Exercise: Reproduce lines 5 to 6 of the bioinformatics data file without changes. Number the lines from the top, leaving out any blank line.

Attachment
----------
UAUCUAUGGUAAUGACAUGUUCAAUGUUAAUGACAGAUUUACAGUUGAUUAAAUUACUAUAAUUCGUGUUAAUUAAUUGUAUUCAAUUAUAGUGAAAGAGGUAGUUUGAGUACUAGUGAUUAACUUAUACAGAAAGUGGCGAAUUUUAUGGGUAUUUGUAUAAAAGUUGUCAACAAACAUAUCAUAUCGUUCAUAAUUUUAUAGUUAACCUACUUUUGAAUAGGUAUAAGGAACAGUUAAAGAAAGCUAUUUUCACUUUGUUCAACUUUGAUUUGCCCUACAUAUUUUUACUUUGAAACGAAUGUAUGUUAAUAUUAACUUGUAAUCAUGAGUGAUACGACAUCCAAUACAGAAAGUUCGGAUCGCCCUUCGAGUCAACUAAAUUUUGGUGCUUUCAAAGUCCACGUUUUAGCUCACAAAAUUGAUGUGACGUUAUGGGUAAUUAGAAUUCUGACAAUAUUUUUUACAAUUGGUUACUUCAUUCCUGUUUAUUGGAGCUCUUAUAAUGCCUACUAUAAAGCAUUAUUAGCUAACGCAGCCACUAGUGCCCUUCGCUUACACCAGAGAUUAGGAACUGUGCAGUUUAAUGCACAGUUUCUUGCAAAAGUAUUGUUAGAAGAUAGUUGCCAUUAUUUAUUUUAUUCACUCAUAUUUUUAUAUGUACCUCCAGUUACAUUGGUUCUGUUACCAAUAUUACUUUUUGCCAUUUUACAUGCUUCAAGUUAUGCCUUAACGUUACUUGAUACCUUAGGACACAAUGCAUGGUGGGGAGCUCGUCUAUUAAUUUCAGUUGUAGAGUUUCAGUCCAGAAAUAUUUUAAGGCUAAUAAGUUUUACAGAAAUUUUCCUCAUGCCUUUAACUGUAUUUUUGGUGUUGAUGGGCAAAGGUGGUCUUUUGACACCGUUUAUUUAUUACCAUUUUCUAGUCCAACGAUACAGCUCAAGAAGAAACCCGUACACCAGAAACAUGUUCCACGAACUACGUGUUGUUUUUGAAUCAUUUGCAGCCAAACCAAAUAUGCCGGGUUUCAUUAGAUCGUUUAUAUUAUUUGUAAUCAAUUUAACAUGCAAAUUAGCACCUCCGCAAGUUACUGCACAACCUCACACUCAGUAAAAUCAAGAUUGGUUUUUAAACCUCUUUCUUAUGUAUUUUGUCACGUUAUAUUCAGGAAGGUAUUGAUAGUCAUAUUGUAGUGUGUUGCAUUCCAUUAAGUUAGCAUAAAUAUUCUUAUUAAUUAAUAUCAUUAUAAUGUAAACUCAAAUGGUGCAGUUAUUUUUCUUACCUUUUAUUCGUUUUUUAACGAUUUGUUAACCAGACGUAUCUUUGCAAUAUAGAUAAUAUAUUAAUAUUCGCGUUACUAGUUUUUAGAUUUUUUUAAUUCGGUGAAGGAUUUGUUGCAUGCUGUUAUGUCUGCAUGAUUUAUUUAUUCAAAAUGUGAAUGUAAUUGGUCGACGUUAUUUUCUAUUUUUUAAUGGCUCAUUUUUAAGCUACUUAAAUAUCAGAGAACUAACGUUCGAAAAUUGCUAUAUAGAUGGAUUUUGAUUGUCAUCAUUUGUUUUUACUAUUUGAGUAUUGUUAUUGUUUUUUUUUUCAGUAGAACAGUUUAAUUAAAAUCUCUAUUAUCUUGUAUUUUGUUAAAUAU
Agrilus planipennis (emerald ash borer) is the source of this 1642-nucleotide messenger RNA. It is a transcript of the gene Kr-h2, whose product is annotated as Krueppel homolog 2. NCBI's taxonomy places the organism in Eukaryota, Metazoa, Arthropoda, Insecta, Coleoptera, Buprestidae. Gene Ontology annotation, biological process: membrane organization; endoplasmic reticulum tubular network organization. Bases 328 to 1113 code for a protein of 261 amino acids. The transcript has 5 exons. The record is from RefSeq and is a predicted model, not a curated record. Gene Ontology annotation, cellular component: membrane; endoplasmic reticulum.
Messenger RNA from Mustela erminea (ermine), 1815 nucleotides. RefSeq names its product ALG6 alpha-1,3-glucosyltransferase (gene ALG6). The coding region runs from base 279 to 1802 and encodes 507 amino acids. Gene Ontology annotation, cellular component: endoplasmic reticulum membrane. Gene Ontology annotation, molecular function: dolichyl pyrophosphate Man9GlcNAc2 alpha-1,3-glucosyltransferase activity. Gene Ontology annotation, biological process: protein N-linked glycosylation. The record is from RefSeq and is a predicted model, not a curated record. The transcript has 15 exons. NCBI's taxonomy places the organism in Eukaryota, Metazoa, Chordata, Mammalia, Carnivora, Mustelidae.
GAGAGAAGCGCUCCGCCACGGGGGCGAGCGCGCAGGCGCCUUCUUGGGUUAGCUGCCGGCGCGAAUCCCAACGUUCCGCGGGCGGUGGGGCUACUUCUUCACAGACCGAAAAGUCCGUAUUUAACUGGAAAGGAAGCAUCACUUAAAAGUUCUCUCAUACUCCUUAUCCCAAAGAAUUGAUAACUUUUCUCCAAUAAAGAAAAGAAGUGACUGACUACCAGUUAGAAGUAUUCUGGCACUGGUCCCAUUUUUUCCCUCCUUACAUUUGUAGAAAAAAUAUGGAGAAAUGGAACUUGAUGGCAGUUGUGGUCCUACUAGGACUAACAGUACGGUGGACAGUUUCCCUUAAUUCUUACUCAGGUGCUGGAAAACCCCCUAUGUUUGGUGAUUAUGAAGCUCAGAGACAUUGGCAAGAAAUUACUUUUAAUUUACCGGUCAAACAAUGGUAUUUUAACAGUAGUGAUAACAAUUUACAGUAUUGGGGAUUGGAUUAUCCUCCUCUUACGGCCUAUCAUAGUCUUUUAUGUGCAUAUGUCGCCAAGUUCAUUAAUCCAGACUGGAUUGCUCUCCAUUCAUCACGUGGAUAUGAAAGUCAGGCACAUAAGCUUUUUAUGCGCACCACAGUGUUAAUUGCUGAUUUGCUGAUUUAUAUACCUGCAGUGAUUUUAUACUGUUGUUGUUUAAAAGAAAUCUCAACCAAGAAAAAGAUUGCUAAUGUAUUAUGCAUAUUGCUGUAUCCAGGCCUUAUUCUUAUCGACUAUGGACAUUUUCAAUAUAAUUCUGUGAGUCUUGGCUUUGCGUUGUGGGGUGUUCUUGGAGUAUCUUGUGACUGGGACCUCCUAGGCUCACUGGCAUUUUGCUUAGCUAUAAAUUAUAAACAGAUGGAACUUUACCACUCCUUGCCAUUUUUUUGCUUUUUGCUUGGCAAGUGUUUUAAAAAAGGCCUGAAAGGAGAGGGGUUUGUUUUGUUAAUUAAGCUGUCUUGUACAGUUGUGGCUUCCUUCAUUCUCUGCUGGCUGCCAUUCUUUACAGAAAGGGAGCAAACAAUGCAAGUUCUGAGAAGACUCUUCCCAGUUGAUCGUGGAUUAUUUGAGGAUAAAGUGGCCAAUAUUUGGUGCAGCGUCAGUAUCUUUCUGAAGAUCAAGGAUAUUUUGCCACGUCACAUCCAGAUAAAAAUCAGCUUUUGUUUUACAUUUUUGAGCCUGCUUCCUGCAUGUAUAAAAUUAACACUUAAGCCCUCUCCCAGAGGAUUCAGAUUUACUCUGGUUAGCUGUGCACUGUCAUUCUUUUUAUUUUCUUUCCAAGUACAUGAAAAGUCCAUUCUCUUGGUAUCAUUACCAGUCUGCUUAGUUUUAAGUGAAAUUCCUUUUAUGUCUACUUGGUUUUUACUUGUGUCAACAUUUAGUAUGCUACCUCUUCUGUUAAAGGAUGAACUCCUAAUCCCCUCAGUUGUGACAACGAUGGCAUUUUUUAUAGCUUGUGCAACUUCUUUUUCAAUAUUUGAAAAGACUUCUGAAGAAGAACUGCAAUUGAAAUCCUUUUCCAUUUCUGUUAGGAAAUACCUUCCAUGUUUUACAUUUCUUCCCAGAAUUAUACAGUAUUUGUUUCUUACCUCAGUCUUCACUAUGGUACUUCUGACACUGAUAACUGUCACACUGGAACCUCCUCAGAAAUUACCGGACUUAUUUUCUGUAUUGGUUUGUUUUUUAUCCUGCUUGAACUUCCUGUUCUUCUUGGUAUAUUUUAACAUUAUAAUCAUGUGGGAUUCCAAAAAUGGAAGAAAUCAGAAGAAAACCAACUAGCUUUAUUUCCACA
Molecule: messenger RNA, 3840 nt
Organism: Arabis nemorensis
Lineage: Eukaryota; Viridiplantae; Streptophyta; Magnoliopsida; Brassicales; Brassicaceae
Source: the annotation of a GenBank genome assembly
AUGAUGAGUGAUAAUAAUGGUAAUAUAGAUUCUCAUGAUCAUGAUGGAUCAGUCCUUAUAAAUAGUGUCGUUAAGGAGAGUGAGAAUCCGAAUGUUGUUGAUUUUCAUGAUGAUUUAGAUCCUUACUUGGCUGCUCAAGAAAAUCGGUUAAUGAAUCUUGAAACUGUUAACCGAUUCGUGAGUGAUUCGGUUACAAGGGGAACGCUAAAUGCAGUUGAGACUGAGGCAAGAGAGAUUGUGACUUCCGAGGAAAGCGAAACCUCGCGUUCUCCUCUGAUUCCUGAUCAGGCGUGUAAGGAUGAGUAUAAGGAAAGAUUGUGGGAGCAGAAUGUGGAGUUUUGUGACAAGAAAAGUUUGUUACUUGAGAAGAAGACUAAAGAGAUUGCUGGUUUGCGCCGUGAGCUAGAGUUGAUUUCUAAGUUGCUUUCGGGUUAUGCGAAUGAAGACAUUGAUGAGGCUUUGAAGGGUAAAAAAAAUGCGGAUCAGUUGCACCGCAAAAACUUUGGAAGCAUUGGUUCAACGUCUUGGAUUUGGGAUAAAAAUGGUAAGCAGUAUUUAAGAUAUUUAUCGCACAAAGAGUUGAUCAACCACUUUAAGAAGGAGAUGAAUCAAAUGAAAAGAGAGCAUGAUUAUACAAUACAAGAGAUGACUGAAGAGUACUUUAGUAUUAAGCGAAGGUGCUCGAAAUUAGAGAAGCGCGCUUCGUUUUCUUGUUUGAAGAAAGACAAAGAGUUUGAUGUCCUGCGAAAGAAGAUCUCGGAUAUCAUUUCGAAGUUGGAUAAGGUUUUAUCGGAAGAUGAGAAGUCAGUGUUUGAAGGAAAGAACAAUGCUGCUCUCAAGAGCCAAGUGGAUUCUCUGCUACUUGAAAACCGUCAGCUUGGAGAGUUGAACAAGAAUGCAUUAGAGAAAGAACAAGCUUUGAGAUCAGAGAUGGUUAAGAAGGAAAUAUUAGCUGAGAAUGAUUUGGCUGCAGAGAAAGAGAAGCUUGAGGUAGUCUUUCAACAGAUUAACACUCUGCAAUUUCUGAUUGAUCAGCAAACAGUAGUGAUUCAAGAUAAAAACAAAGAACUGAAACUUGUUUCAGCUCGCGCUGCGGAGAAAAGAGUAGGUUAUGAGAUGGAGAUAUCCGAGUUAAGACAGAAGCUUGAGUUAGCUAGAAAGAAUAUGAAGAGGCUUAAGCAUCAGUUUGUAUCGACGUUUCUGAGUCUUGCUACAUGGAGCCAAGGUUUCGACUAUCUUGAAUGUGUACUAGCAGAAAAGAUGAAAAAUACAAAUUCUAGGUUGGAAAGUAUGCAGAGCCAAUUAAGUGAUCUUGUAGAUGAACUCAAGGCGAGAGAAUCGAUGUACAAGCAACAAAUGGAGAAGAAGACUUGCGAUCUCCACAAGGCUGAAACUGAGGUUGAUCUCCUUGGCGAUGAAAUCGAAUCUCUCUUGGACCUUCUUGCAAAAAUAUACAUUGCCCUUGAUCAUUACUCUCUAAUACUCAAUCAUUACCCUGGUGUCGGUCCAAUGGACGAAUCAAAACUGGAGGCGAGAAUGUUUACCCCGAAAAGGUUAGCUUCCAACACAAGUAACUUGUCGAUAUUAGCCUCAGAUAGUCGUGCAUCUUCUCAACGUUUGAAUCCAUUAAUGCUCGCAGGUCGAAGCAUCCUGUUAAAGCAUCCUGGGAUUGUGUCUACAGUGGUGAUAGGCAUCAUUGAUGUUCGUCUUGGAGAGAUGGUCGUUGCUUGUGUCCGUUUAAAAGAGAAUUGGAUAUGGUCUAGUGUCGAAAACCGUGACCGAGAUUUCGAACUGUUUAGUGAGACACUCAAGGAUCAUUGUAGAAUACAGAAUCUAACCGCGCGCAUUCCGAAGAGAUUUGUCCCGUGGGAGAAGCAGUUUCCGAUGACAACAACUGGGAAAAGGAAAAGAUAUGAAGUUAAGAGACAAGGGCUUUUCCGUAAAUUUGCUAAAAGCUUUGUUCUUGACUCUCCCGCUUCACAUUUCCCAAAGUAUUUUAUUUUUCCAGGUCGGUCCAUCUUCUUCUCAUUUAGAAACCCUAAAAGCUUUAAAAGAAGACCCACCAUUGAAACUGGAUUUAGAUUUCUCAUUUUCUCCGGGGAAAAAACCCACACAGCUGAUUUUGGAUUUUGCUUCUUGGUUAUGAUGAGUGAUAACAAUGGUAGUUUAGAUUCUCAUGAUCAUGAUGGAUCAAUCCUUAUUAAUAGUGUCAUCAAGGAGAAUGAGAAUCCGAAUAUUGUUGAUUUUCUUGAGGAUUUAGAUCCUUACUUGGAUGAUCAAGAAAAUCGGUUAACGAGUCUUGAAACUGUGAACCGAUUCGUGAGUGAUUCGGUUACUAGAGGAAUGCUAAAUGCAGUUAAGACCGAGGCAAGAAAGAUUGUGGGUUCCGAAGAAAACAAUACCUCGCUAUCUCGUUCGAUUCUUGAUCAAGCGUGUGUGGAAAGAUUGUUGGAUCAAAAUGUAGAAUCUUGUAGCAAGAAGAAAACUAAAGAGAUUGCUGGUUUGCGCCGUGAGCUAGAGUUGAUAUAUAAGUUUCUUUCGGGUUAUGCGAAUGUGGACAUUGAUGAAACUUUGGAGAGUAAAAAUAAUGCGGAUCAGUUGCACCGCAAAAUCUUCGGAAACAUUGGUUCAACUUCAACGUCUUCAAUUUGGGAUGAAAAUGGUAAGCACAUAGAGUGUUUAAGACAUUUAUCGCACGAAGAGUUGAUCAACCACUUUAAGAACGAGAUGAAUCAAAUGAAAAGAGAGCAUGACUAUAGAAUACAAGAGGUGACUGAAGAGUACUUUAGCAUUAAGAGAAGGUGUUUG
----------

Molecule: messenger RNA, 3840 nt
Organism: Arabis nemorensis